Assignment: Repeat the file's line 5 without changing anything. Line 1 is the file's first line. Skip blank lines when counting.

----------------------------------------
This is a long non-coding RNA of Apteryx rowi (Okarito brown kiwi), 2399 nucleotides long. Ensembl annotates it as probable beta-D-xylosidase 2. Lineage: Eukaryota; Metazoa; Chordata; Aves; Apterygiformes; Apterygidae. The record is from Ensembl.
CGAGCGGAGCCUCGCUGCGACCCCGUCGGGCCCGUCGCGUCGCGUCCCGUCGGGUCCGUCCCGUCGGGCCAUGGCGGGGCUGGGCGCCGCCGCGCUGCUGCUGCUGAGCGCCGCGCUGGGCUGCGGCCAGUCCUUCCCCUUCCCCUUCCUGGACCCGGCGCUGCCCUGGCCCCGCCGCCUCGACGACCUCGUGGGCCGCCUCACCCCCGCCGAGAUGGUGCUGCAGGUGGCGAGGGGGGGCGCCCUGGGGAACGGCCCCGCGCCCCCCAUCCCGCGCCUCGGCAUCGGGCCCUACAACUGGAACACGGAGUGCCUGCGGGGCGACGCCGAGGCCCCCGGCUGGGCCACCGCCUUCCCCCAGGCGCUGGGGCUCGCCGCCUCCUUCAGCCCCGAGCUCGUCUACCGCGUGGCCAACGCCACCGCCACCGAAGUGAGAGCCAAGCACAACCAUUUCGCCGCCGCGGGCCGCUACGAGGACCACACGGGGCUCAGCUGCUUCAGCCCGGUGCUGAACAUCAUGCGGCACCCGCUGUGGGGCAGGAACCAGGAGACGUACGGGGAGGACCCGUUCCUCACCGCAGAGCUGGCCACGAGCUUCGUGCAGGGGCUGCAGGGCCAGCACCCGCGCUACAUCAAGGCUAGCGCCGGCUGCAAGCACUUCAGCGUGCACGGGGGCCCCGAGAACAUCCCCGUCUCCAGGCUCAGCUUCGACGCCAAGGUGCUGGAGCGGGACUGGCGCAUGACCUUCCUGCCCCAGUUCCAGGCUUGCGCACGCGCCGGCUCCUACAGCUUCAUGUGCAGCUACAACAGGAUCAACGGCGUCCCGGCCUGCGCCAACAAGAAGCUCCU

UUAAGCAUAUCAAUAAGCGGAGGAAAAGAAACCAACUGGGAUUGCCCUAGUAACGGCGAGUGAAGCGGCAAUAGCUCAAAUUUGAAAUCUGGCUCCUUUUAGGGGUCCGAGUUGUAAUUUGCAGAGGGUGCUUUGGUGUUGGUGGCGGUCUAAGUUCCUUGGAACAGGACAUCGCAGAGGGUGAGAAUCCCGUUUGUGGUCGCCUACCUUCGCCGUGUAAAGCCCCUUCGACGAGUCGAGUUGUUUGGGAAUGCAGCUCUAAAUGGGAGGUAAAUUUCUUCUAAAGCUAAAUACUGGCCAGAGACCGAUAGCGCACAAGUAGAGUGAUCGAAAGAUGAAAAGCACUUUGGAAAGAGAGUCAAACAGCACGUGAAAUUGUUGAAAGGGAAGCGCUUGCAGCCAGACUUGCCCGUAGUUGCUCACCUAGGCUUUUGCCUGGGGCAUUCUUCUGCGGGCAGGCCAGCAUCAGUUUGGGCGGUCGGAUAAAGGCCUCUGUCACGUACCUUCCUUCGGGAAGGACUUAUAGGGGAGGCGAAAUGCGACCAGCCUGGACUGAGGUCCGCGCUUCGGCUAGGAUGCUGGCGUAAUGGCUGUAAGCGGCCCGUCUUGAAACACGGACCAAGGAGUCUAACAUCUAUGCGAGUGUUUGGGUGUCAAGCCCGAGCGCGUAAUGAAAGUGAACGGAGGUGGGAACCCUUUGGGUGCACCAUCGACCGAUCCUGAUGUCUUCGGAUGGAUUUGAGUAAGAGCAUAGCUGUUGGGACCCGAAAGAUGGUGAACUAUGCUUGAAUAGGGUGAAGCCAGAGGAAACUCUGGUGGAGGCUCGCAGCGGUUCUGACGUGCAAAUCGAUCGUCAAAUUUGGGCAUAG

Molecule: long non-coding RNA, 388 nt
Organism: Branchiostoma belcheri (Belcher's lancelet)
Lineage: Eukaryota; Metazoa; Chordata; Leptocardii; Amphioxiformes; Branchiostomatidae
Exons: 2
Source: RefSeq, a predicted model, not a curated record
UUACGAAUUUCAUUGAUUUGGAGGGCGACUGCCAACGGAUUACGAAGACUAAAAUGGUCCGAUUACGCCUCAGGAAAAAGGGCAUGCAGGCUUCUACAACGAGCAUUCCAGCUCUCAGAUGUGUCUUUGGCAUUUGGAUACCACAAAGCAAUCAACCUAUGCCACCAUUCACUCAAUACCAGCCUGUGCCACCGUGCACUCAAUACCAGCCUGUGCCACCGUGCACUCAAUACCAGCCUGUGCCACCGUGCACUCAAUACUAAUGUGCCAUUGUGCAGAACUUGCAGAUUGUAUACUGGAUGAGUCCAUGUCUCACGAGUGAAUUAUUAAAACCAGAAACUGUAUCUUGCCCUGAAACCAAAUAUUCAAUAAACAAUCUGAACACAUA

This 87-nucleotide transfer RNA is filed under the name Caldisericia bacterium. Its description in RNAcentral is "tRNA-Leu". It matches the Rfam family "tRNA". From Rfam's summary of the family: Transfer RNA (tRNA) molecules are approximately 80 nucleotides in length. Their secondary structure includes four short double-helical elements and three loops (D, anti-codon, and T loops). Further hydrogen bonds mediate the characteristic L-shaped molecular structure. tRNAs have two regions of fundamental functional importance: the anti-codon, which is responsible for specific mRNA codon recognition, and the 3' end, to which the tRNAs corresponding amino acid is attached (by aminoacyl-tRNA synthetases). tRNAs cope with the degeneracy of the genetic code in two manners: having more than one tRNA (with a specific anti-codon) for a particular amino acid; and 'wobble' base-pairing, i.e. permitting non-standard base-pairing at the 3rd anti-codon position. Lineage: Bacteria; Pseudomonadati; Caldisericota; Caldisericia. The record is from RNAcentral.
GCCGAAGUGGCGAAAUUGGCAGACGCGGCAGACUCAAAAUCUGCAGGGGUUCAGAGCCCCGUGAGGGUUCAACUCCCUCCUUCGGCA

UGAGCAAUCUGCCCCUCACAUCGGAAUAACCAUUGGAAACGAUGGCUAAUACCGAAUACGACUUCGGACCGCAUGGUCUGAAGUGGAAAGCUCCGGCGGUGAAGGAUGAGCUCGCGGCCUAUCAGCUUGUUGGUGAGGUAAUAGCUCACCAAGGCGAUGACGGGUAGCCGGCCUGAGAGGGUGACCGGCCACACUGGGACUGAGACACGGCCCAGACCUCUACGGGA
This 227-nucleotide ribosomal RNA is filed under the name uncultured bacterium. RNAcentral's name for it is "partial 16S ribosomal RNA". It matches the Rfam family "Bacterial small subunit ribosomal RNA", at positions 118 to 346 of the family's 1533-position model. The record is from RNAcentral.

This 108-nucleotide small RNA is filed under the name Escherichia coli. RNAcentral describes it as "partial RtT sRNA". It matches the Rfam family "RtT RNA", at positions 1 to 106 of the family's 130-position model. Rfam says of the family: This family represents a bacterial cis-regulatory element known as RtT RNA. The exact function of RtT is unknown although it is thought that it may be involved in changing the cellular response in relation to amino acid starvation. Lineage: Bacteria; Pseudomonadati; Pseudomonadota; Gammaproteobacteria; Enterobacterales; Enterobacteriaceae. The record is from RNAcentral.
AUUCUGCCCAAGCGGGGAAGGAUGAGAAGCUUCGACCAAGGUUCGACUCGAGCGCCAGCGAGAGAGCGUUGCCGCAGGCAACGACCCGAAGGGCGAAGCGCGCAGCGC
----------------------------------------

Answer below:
Organism: Branchiostoma belcheri (Belcher's lancelet)